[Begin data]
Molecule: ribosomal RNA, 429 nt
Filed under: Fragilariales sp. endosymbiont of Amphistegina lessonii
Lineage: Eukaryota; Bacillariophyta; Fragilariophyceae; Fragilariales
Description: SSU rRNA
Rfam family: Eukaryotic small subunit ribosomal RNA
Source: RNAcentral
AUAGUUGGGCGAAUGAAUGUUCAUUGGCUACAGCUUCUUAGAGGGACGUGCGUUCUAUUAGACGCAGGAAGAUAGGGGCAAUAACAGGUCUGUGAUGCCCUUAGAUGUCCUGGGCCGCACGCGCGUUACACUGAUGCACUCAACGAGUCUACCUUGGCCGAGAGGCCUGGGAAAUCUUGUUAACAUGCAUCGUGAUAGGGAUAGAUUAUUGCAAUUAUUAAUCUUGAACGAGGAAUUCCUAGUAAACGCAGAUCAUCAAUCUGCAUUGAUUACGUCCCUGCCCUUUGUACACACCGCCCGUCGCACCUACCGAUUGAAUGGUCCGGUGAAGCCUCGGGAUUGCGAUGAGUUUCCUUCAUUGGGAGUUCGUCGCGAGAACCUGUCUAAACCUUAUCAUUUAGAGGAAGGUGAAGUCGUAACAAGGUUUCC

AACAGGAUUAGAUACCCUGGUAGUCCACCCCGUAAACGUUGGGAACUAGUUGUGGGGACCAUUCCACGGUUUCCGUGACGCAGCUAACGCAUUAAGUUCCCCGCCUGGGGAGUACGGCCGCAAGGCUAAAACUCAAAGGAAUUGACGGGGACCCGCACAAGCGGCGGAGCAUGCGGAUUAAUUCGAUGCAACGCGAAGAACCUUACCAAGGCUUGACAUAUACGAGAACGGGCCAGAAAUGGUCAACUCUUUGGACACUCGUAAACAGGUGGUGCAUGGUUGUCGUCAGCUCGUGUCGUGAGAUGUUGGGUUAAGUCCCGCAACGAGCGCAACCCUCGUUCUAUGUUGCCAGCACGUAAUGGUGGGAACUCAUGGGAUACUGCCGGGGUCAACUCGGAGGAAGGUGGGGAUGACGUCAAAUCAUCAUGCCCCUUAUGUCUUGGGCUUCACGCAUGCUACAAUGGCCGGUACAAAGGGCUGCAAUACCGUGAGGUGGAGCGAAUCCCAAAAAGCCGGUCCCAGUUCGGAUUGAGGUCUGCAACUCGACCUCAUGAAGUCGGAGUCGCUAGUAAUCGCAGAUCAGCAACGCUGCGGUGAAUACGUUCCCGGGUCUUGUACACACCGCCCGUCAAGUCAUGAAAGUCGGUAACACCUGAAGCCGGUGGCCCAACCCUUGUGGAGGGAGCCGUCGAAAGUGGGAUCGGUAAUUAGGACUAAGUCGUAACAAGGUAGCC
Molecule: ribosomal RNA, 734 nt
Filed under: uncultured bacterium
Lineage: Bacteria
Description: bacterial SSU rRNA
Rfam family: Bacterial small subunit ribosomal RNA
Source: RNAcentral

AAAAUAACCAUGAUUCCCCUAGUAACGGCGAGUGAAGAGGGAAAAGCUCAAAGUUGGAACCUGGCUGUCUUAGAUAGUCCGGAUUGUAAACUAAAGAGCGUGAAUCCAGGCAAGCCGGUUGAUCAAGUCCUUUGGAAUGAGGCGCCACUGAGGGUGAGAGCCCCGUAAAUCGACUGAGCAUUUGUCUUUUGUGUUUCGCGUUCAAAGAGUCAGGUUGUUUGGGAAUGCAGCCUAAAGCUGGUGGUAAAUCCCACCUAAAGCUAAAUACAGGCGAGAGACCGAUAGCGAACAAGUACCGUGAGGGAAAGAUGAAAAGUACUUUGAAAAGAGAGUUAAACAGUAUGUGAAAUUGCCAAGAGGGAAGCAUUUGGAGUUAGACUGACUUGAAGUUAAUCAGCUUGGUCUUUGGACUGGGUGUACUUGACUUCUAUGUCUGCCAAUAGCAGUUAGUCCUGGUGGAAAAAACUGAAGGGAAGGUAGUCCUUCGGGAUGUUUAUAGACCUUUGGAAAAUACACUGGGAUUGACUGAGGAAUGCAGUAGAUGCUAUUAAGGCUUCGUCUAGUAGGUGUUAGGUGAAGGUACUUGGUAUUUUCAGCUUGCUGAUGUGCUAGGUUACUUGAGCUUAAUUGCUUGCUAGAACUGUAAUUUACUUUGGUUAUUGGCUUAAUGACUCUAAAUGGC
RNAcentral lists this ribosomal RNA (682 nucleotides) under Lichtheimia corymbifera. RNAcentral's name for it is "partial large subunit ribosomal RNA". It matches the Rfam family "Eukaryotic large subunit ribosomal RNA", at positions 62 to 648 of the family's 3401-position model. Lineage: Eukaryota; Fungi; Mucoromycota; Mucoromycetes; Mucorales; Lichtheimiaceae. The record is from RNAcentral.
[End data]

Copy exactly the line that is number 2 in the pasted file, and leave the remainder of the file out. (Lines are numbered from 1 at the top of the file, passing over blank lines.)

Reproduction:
Filed under: Fragilariales sp. endosymbiont of Amphistegina lessonii